Given the deterioration of relations between allies Korea and Japan, President Obama used the Nuclear Security Summit at The Hague for a necessary sidebar. On March 25, he met President Park Geun-hye and Prime Minister Abe Shinzo for a US-ROK-Japan trilateral meeting, hailing this as the “first time for the three of us … to meet together and discuss the serious challenges that we all face.” Describing Korea and Japan as two of the United States’ closest, significant and powerful allies, he reminded the two of the deep ties between their two peoples, extraordinary cross-trade, and shared concern about North Korea and its nuclear program. But in the weeks that followed, and with more controversial shrine visits by Japanese officials just before Obama’s visit, little progress was made.
The DPRK signaled its displeasure at the trilateral meeting by launching Scud C missiles into the East Sea; it followed with a launch of Nodong mid-range missiles in its longest-range test since December 2012. The missiles traveled 650 km, about half their range, prompting Japan’s defense minister to order a shoot down of any missiles fired near Japan between April 3 and 25. South Korea responded to North Korea’s actions by testing its own new longer-range missile with a range of 500 km on April 5 and also committing to development of an 800 km missile. These moves provoked concern among some US analysts.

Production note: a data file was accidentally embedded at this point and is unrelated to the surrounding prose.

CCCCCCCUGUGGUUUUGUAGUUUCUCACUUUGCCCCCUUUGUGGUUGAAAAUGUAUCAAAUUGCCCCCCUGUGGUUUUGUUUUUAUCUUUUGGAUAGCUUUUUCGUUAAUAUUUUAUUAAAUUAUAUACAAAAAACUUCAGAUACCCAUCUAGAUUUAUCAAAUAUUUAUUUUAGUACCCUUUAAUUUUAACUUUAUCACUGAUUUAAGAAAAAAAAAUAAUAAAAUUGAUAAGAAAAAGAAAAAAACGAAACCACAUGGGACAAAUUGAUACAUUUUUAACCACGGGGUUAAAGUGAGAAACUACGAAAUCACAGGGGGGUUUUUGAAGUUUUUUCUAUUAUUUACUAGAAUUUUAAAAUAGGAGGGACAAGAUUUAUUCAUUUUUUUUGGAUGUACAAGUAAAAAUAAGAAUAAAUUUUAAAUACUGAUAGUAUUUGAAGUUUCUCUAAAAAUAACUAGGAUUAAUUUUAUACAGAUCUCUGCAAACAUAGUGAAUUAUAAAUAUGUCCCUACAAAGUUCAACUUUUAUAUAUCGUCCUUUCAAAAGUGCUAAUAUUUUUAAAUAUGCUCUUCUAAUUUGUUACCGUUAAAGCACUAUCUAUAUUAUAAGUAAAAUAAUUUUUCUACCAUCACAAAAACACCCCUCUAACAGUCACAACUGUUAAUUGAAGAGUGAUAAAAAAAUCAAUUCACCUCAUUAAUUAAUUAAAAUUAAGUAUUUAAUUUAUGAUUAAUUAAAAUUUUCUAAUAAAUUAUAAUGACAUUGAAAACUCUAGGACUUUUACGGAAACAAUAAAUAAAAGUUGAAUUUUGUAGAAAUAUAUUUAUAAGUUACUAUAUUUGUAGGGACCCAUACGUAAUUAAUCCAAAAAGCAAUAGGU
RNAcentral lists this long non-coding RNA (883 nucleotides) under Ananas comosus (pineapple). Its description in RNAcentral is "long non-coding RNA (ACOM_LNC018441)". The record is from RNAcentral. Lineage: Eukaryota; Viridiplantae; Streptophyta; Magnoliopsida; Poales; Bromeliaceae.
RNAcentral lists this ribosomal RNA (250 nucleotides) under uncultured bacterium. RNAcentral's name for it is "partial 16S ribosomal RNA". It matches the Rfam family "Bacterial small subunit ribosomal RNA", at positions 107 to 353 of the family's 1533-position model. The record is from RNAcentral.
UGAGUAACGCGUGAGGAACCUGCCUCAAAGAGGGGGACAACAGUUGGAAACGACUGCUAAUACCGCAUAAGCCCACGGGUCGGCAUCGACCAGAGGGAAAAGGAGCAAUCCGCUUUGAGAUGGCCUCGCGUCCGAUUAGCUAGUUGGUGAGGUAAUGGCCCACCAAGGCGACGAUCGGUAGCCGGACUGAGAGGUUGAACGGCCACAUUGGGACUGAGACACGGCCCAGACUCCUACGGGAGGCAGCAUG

Gen. Curtis Scaparrotti, USFK commander, testified on March 26 before the Senate Armed Service Committee that the dozens of missiles fired by the DPRK since late February indicated a capability to launch “on short notice, with very little warning” and described Kim Jong Un as more dangerous and unpredictable than his father, Kim Jong Il. In addressing the consolidation of US troops south of Seoul, he noted that initial US troop relocation to Camp Humphreys (Pyeongtaek) should begin in 2014, with most forces moving in 2016, despite a timeline delay of three months. The relocations will realize hubs in Pyeongtaek and Daegu, with the Humphreys area increasing from 9,000 to 24,000. The project was delayed from 2008 to 2012 and now 2016.
Early April saw a Washington-based senior working-level follow-on meeting to the US-Japan-ROK Trilateral Meeting. Described as “productive, substantive,” the April 7 meeting included a restatement to the September 2005 Joint Statement of the Six Party talks, affirmation of the UNSC unanimous condemnation of recent DPRK ballistic missile launches (violating resolutions 1718, 1874, 2087 and 2094), and condemnation of DPRK human rights abuses.